Pickers values shaped from the start: International Women’s Day

From inception, Picker has not shied away from women leadership. The commitment to putting people at the heart of care started from the personal experience of our US founders, Jean and Harvey Picker, who thought that the current healthcare system lacked a humane approach, which they believed was crucial to delivering care.

Jean, the first-ever recipient of the Eleanor Roosevelt Leadership Award for her commitment to international cooperation, was a journalist for Life magazine and a US ambassador to the United Nations. Whilst receiving treatment for a long-term condition, she found that the USA’s healthcare system was technologically and scientifically advanced, but the care was not sensitive to individual needs and preferences. In 1986, Jean and Harvey founded the Picker Institute, pioneering person centred care and the importance of listening to the experiences of patients, service users, and staff.

For International Women’s Day, we speak to our Chief Research Officer Jenny King, who describes how the mission of Picker are reflected in its leadership and organisation today…

“When I first joined as Project Manager, I learned how we were originally formed and funded, and I was impressed by our founders who, to the very end, championed for people and their right to safe, equitable, and humane experiences of healthcare. Today, I am Picker’s Chief Research Officer and have just celebrated my fifteen-year ‘Pickerversary’. I have not experienced any career barriers due to being a woman. Perhaps that is because of the representation of women as leaders that I’ve been exposed to or a testament to the inclusive culture that Picker works to create. I’ve had the privilege of working with Angela Coulter, both in her first role as Picker CEO and now as our Chair of the Board of Trustees, and Professor Aileen Clarke, the chair of our board between 2019 and 2022. As advocates for person centred care, Angela and Aileen’s direction, insight, and collaboration have pushed Picker to be the best version of itself and to achieve maximum impact.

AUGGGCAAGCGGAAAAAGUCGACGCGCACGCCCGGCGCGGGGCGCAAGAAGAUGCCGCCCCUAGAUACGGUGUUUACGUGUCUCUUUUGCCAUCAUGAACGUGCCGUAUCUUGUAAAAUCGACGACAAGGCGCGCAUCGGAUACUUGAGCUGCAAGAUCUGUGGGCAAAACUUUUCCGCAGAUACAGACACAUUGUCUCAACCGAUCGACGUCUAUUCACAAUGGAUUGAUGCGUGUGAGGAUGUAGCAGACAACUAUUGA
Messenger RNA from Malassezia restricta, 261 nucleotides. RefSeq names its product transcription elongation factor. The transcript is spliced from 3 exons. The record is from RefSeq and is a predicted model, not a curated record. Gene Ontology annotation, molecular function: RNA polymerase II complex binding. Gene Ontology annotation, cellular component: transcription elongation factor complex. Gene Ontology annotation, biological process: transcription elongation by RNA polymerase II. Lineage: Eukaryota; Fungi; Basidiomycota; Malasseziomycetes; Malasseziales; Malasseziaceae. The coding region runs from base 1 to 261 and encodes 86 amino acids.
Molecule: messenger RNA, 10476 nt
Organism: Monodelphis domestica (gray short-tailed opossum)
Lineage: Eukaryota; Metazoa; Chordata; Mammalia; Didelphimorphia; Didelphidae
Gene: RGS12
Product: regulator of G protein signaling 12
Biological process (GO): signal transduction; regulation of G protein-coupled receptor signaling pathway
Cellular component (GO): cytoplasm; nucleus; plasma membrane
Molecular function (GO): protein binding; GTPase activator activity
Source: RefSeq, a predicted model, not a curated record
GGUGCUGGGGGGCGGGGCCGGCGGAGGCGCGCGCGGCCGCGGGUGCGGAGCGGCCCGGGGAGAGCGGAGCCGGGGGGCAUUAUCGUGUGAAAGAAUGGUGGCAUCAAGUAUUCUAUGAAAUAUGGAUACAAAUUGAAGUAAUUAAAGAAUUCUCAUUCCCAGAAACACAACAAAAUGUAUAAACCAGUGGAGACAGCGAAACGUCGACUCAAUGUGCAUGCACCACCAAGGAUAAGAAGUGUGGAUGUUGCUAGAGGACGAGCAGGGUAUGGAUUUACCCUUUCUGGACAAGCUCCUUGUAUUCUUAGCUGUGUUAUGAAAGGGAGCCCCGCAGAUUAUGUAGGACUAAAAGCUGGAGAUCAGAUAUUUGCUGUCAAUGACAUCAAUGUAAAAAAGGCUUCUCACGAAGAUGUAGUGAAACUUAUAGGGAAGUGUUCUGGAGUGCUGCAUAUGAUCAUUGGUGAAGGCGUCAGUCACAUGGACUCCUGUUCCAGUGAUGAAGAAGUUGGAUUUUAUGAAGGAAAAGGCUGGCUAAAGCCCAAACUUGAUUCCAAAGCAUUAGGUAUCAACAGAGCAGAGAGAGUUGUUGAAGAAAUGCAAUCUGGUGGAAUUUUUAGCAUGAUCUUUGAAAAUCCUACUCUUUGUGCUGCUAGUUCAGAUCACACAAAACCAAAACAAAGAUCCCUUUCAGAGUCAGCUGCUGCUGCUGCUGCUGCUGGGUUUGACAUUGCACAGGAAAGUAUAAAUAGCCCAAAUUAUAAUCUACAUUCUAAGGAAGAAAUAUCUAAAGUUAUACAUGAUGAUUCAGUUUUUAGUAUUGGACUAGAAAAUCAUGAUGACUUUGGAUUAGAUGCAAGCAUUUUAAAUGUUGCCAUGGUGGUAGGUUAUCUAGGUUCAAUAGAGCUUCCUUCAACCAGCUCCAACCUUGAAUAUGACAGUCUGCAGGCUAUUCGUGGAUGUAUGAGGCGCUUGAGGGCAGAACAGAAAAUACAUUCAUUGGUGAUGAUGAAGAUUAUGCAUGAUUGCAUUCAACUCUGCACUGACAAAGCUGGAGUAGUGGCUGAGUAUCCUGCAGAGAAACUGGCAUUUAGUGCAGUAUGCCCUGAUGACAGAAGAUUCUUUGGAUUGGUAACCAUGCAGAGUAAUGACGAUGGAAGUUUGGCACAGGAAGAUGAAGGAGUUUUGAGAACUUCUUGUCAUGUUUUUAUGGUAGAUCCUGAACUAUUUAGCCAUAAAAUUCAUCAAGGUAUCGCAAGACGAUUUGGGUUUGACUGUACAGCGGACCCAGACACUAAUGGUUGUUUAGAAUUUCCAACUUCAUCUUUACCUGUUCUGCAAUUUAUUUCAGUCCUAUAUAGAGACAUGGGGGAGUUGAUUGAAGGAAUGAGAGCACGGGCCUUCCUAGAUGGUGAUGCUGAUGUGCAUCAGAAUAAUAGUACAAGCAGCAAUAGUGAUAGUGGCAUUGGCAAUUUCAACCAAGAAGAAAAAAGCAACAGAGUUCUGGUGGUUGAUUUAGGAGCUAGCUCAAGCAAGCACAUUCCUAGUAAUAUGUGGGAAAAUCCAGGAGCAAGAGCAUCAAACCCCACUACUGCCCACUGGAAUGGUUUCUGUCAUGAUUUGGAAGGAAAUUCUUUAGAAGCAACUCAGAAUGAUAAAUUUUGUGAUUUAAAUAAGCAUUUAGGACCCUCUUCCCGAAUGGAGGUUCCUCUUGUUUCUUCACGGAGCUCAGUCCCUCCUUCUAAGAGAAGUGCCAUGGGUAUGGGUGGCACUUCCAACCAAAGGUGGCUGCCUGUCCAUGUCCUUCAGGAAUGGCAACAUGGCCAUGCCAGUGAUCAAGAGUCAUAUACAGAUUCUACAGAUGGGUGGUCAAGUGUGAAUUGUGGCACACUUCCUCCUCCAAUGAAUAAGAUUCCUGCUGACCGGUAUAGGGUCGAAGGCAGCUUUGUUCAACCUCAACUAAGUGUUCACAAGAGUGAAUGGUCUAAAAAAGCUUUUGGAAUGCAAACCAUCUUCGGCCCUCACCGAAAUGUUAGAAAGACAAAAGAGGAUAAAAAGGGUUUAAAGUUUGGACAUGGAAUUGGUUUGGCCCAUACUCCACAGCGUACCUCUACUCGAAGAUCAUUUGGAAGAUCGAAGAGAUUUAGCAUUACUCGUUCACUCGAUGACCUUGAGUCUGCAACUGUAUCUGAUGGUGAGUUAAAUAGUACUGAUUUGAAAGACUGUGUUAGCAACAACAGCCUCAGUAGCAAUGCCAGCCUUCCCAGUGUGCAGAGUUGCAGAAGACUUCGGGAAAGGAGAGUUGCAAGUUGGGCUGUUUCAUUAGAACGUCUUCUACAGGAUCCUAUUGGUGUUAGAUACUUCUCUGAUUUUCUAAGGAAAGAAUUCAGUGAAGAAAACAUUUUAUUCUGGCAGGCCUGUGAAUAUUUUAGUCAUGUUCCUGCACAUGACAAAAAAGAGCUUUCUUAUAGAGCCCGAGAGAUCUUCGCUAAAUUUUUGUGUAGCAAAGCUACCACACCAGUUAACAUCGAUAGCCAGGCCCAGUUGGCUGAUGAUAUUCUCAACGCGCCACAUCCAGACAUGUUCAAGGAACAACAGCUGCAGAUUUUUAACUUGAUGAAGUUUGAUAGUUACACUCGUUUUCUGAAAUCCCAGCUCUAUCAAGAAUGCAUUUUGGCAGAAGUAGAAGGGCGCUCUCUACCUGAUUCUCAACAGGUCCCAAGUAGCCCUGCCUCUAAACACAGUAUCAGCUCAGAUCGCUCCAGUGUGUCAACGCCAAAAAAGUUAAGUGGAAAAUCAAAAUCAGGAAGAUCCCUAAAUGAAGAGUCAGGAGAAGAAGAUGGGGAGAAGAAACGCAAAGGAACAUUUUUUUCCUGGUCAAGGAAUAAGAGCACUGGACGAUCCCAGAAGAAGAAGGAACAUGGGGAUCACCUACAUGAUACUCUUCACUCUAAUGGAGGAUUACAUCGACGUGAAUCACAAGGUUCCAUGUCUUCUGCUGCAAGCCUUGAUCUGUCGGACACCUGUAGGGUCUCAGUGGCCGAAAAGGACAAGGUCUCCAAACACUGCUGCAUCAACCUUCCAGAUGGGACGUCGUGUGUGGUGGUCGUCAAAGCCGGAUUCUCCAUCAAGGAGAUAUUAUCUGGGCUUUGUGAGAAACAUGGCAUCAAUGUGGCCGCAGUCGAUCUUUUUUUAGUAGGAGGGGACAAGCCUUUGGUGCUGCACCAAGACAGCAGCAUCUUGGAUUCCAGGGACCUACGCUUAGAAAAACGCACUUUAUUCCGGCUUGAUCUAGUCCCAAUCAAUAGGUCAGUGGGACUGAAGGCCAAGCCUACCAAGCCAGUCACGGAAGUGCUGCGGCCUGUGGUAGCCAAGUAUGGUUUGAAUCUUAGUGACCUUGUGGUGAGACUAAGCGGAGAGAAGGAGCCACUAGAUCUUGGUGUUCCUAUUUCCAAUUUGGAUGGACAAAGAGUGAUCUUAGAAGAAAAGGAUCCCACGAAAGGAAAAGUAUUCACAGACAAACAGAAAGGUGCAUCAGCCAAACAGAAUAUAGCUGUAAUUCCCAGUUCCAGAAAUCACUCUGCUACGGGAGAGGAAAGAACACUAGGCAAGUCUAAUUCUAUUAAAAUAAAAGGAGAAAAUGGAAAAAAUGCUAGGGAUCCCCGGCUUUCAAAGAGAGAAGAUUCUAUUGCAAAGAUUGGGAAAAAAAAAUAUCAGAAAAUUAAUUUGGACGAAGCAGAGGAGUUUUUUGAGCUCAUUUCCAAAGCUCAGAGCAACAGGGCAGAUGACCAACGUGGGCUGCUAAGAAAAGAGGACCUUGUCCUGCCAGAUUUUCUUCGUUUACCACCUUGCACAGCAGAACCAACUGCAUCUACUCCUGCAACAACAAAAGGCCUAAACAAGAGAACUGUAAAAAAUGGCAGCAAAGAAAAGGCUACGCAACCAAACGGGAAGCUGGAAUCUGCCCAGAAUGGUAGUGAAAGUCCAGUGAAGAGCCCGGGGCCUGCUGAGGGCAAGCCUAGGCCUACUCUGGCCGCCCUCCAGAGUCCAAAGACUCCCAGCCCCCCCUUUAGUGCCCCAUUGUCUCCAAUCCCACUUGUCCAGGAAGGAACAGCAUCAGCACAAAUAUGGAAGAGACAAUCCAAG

I know, however, that many women haven’t experienced such women representation or leadership, whose influence has been woven into the fabric of organisations from the beginning. Whether it’s in healthcare or as an employer, the values of care, trust, and support as first laid out by Jean and Harvey are important to our board of trustees and executive team. We work hard to ensure our team experiences an equitable working environment and that Picker is an inclusive, enjoyable workplace.

Our equality, diversity and inclusion statement details our commitment and action to create an inclusive work environment whilst highlighting how the person centred care research and evaluations we carry out are designed to support involvement and participation from all.

It’s the people that make workplaces, and for me, that makes Picker one of the best. It is lovely to work alongside talented and friendly people who collaborate daily to improve the way we work and the work we do to benefit our beneficiaries. The nature of our work means we are responsible for looking after the feedback from thousands of individual healthcare experiences each year. Whether it is the views we collect via national surveys or that we hear through qualitative research, I know that our team do their best to ensure those voices, whoever they are from, are listened to and used for service improvement.

The foundations of Picker allow us to recognise that meaningful growth and improvement happens when we listen and learn from people’s experiences.”

International Women’s Day (March 8) is a global day celebrating the social, economic, cultural, and political achievements of women. It also serves to call attention to and act against the issues and challenges women still face today.

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